Globalisation of markets and products: a challenge for environmental policy

Research output: Contribution to journalArticle


During the past decade, production of products has increasingly been relocated to countries outside the western industrialised area, while consumption of the same products in the west has increased to a considerable extent. Implementation of national policies for limiting the environmental and health impacts of production has encountered a number of difficulties as a result. Policy instruments, normally used with positive effects nationally, have become more or less ineffective or irrelevant as production and consumption become increasingly geographically separated. Some environmental problems related to production practices have been relocated to other countries, while the import of such products involves new environmental and health impacts during the consumption phase. In integrated product policy, which includes the phases of design, production, distribution, consumption and waste management, the possibility of using policy instruments to address actors during the design, production and distribution phases are highly affected by globalisation. For example, when production remains domestic, national legislation is effective in limiting the use of chemicals in production processes via control mechanisms such as inspections and economic sanctions. When production is outsourced, this option is reduced. Information instruments for consumers, e.g. labelling, are also difficult to apply when materials and chemicals used during production cannot be monitored. The globalisation of production and consumption is a challenge for environmental policy as regards defining policy instruments with international validity.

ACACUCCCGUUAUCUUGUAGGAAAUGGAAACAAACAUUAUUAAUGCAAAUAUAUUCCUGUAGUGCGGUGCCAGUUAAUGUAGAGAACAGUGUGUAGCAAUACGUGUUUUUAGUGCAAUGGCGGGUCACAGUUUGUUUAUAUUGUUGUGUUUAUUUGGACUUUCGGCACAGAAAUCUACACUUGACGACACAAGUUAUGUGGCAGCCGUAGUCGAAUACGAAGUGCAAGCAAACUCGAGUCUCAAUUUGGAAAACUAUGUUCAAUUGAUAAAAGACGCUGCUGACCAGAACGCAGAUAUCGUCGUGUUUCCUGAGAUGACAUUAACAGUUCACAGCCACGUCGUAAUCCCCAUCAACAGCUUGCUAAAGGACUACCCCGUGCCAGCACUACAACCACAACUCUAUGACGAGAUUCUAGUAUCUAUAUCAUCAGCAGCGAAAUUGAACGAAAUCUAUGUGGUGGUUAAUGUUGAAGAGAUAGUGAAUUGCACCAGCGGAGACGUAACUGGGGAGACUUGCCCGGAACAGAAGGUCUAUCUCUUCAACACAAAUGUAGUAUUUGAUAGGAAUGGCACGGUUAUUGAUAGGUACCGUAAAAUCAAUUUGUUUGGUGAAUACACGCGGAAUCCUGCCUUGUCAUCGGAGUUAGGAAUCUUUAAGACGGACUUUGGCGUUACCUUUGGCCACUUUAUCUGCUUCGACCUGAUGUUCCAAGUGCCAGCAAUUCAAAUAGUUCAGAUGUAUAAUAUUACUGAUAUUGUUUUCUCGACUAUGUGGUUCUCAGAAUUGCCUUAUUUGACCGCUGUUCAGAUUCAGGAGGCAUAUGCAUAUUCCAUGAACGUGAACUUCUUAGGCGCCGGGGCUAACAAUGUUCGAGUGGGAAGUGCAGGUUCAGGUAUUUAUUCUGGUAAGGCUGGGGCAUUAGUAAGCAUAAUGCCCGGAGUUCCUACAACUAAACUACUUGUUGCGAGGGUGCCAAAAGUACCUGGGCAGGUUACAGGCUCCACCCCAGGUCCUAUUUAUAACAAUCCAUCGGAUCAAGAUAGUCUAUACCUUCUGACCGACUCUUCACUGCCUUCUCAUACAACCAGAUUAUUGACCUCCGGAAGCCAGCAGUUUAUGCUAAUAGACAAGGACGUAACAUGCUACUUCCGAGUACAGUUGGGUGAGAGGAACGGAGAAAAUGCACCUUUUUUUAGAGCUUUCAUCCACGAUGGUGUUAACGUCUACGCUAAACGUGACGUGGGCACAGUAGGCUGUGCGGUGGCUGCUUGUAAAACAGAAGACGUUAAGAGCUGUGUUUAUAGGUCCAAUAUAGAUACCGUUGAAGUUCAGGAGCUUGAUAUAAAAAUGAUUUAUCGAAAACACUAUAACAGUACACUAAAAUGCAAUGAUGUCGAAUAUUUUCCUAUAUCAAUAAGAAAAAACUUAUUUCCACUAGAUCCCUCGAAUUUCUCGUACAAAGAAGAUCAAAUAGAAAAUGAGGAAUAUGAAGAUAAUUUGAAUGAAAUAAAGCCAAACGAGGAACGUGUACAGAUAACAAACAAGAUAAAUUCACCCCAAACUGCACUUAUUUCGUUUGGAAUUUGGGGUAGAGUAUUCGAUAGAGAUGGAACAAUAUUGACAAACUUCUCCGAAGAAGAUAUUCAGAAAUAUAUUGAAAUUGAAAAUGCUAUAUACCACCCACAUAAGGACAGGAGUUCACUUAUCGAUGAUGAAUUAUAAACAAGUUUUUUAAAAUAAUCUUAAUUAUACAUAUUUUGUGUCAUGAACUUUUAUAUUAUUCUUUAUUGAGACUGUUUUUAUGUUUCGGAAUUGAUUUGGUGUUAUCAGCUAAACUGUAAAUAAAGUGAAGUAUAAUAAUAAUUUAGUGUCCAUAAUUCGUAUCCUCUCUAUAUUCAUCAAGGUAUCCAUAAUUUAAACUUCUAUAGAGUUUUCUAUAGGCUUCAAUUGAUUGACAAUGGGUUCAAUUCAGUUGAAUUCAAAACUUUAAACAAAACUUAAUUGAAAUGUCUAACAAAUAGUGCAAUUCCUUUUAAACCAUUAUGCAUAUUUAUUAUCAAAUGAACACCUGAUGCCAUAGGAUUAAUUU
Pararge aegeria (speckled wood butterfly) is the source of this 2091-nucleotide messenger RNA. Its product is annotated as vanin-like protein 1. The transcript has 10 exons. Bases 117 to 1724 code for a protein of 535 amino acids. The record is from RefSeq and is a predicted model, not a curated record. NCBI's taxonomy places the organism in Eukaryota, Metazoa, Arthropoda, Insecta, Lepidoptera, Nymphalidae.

This project uses three Swedish case studies of policy instruments to examine the integrated product chain for batteries, clothing and meat and to analyse globalisation of markets and policy instruments. The empirical materials employed included legislation, propositions, protocols and other written documents, and interviews with officials in ministries, authorities and production and distribution organisations.


Research areas and keywords

Subject classification (UKÄ) – MANDATORY

  • Sociology (excluding Social Work, Social Psychology and Social Anthropology)


  • integrated product policy, policy instruments, production, consumption, batteries, clothing, sociology, meat, sociologi
Original languageEnglish
Pages (from-to)473-487
JournalInternational Journal of Environment and Sustainable Development
Issue number4
Publication statusPublished - 2007
Publication categoryResearch

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